The following email was sent to the MIT community by President L. Rafael Reif on June 2, 2017
To the members of the MIT community,
Yesterday, the White House took the position that the Paris climate agreement — a landmark effort to combat global warming by reducing greenhouse gas emissions — was a bad deal for America. Other nations have made clear that the deal is not open to renegotiation. And unfortunately, there is no negotiating with the scientific facts.
I believe all of us have a responsibility to stand up for concerted global action to combat and adapt to climate change.
At MIT, we take great care to get the science right. The scientific consensus is overwhelming: As human activity emits more greenhouse gases into the atmosphere, the global average surface temperature will continue to rise, driving rising sea levels and extreme weather.
Global warming is not a distant problem — not distant in time or space. Communities across the United States and around the world are already experiencing the impacts. Without immediate and concerted action, the damaging consequences will grow worse. As the Pentagon describes it, climate change is a “threat multiplier,” because its direct effects intensify other challenges, including mass migrations and zero-sum conflicts over existential resources like water and food. In short, global warming and its consequences present risks too grave to gamble with.
A global problem demands a global solution. With the Paris Agreement, for the first time in history, 190+ nations agreed to work together to do something about it. In signing it, the U.S. was acting in concert with other nations, with the U.S. setting its own level of carbon reductions. The truth is that unless every nation joins in the solution, every nation will join in the suffering.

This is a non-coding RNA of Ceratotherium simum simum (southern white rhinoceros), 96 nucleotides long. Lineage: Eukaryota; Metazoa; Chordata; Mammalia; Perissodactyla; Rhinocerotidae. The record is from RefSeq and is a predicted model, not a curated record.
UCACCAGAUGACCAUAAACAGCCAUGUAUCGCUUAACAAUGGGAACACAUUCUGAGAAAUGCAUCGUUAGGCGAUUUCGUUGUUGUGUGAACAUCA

To solve this global problem, we must transform the global energy status quo. The Paris Agreement is an important beginning: a mechanism that drives progress on emissions right away and speeds up progress over time. (Incidentally, MIT announced its own greenhouse gas reduction goal in October 2015, a month before the Paris conference, with our Plan for Action on Climate Change, which commits us to reducing our campus emissions at least 32 percent by 2030.) With this running start, humanity has time to prevent the worst impacts of climate change. But the longer we hesitate, the lower the odds of success; the carbon dioxide our cars and power plants emit today will linger in the atmosphere for a thousand years.
Climate change arguably represents the greatest threat of this generation. Fortunately, it also represents a tremendous opportunity. Already, hundreds of thousands of Americans work in the clean energy sector, and growth in clean energy jobs is rising fast: In 2016 alone, solar industry employment grew by 25 percent, while wind jobs grew 32 percent. As a nation, if we choose to invest in the relevant research, we have the opportunity to continue to lead, developing new energy technologies that will generate high-value exports and high-quality American jobs — the jobs of the future. That is in no way to minimize the disruption that the changing energy economy will cause to some workers and regions. But the solution to that problem is not to deny scientific facts and give away economic opportunity. If we don’t seize this chance, other nations certainly will. By withdrawing from the Paris accord, the U.S. is surrendering leadership in a priceless global market.
I am encouraged, however, to see so much leadership at the state and city level, in industry and at universities — here in Massachusetts and nationwide.
Time and again, this country has risen to civilizational challenges with a sense of optimism, creativity and drive. I hope that the people of the United States will — as a matter of service to the nation and the world — continue to take the lead in pursuing a carbon-free future.
In this work, the people of MIT have a special role to play. I look forward to working with you as we step up to the challenge.
L. Rafael Reif